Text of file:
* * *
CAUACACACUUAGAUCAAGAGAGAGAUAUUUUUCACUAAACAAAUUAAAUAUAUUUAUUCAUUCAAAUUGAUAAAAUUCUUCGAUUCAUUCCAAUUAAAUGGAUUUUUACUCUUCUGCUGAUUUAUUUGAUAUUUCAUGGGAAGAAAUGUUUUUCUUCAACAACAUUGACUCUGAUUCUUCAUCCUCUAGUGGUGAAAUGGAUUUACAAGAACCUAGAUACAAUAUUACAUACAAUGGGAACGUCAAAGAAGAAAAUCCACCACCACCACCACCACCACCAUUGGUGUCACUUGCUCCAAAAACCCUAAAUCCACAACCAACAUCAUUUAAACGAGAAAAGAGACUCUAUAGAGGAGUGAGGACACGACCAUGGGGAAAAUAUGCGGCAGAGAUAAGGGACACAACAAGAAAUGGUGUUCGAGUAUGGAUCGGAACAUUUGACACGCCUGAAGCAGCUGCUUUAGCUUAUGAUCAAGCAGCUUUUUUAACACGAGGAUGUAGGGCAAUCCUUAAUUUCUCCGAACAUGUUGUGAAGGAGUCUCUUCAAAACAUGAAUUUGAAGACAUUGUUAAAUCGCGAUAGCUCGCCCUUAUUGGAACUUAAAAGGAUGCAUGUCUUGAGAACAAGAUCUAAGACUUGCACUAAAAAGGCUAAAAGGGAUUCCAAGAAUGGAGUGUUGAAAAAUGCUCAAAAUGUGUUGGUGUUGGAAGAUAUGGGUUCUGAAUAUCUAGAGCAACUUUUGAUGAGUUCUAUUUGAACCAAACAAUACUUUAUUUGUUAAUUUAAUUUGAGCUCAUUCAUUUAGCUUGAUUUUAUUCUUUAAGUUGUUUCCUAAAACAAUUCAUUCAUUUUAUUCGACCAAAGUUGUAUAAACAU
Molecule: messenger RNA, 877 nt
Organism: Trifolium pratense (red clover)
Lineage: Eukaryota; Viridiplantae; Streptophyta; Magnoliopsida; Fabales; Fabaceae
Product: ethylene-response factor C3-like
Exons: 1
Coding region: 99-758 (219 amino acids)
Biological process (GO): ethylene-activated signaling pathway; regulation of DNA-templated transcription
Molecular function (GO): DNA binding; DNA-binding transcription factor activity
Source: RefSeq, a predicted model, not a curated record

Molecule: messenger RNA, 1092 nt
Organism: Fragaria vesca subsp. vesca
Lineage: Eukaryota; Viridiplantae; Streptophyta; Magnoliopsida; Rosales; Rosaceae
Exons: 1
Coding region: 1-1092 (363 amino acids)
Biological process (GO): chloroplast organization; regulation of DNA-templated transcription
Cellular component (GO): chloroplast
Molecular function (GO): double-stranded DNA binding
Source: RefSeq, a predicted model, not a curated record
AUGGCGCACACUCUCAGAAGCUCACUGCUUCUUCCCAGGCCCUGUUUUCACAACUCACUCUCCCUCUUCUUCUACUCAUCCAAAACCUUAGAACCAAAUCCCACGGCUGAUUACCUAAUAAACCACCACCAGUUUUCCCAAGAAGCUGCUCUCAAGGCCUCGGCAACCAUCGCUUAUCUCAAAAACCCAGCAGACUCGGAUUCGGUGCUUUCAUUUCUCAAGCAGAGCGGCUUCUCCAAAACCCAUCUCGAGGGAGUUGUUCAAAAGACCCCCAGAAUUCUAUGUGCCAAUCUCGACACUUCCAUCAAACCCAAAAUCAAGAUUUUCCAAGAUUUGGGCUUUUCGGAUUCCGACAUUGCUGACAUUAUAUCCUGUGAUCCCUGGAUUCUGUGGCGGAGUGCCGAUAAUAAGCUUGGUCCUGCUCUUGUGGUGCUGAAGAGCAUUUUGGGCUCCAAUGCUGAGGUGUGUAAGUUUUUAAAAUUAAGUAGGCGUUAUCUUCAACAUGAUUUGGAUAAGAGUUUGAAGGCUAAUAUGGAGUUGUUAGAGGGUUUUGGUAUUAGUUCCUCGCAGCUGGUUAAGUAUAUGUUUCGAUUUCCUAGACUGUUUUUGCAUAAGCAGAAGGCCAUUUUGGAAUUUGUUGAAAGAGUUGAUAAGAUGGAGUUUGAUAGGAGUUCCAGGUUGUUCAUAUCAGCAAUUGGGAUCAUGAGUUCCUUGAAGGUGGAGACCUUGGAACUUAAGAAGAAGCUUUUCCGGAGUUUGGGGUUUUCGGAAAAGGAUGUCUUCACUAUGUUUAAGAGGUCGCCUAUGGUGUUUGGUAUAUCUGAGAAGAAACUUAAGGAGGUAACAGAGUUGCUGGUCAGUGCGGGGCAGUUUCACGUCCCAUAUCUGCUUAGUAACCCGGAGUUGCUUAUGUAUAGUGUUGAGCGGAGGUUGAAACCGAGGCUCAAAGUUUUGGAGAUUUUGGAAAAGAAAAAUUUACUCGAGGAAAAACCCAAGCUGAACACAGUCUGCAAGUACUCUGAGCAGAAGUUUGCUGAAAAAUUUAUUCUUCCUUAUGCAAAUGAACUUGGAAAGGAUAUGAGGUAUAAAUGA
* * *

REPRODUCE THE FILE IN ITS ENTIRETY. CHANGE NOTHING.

CAUACACACUUAGAUCAAGAGAGAGAUAUUUUUCACUAAACAAAUUAAAUAUAUUUAUUCAUUCAAAUUGAUAAAAUUCUUCGAUUCAUUCCAAUUAAAUGGAUUUUUACUCUUCUGCUGAUUUAUUUGAUAUUUCAUGGGAAGAAAUGUUUUUCUUCAACAACAUUGACUCUGAUUCUUCAUCCUCUAGUGGUGAAAUGGAUUUACAAGAACCUAGAUACAAUAUUACAUACAAUGGGAACGUCAAAGAAGAAAAUCCACCACCACCACCACCACCACCAUUGGUGUCACUUGCUCCAAAAACCCUAAAUCCACAACCAACAUCAUUUAAACGAGAAAAGAGACUCUAUAGAGGAGUGAGGACACGACCAUGGGGAAAAUAUGCGGCAGAGAUAAGGGACACAACAAGAAAUGGUGUUCGAGUAUGGAUCGGAACAUUUGACACGCCUGAAGCAGCUGCUUUAGCUUAUGAUCAAGCAGCUUUUUUAACACGAGGAUGUAGGGCAAUCCUUAAUUUCUCCGAACAUGUUGUGAAGGAGUCUCUUCAAAACAUGAAUUUGAAGACAUUGUUAAAUCGCGAUAGCUCGCCCUUAUUGGAACUUAAAAGGAUGCAUGUCUUGAGAACAAGAUCUAAGACUUGCACUAAAAAGGCUAAAAGGGAUUCCAAGAAUGGAGUGUUGAAAAAUGCUCAAAAUGUGUUGGUGUUGGAAGAUAUGGGUUCUGAAUAUCUAGAGCAACUUUUGAUGAGUUCUAUUUGAACCAAACAAUACUUUAUUUGUUAAUUUAAUUUGAGCUCAUUCAUUUAGCUUGAUUUUAUUCUUUAAGUUGUUUCCUAAAACAAUUCAUUCAUUUUAUUCGACCAAAGUUGUAUAAACAU
Molecule: messenger RNA, 877 nt
Organism: Trifolium pratense (red clover)
Lineage: Eukaryota; Viridiplantae; Streptophyta; Magnoliopsida; Fabales; Fabaceae
Product: ethylene-response factor C3-like
Exons: 1
Coding region: 99-758 (219 amino acids)
Biological process (GO): ethylene-activated signaling pathway; regulation of DNA-templated transcription
Molecular function (GO): DNA binding; DNA-binding transcription factor activity
Source: RefSeq, a predicted model, not a curated record

Molecule: messenger RNA, 1092 nt
Organism: Fragaria vesca subsp. vesca
Lineage: Eukaryota; Viridiplantae; Streptophyta; Magnoliopsida; Rosales; Rosaceae
Exons: 1
Coding region: 1-1092 (363 amino acids)
Biological process (GO): chloroplast organization; regulation of DNA-templated transcription
Cellular component (GO): chloroplast
Molecular function (GO): double-stranded DNA binding
Source: RefSeq, a predicted model, not a curated record
AUGGCGCACACUCUCAGAAGCUCACUGCUUCUUCCCAGGCCCUGUUUUCACAACUCACUCUCCCUCUUCUUCUACUCAUCCAAAACCUUAGAACCAAAUCCCACGGCUGAUUACCUAAUAAACCACCACCAGUUUUCCCAAGAAGCUGCUCUCAAGGCCUCGGCAACCAUCGCUUAUCUCAAAAACCCAGCAGACUCGGAUUCGGUGCUUUCAUUUCUCAAGCAGAGCGGCUUCUCCAAAACCCAUCUCGAGGGAGUUGUUCAAAAGACCCCCAGAAUUCUAUGUGCCAAUCUCGACACUUCCAUCAAACCCAAAAUCAAGAUUUUCCAAGAUUUGGGCUUUUCGGAUUCCGACAUUGCUGACAUUAUAUCCUGUGAUCCCUGGAUUCUGUGGCGGAGUGCCGAUAAUAAGCUUGGUCCUGCUCUUGUGGUGCUGAAGAGCAUUUUGGGCUCCAAUGCUGAGGUGUGUAAGUUUUUAAAAUUAAGUAGGCGUUAUCUUCAACAUGAUUUGGAUAAGAGUUUGAAGGCUAAUAUGGAGUUGUUAGAGGGUUUUGGUAUUAGUUCCUCGCAGCUGGUUAAGUAUAUGUUUCGAUUUCCUAGACUGUUUUUGCAUAAGCAGAAGGCCAUUUUGGAAUUUGUUGAAAGAGUUGAUAAGAUGGAGUUUGAUAGGAGUUCCAGGUUGUUCAUAUCAGCAAUUGGGAUCAUGAGUUCCUUGAAGGUGGAGACCUUGGAACUUAAGAAGAAGCUUUUCCGGAGUUUGGGGUUUUCGGAAAAGGAUGUCUUCACUAUGUUUAAGAGGUCGCCUAUGGUGUUUGGUAUAUCUGAGAAGAAACUUAAGGAGGUAACAGAGUUGCUGGUCAGUGCGGGGCAGUUUCACGUCCCAUAUCUGCUUAGUAACCCGGAGUUGCUUAUGUAUAGUGUUGAGCGGAGGUUGAAACCGAGGCUCAAAGUUUUGGAGAUUUUGGAAAAGAAAAAUUUACUCGAGGAAAAACCCAAGCUGAACACAGUCUGCAAGUACUCUGAGCAGAAGUUUGCUGAAAAAUUUAUUCUUCCUUAUGCAAAUGAACUUGGAAAGGAUAUGAGGUAUAAAUGA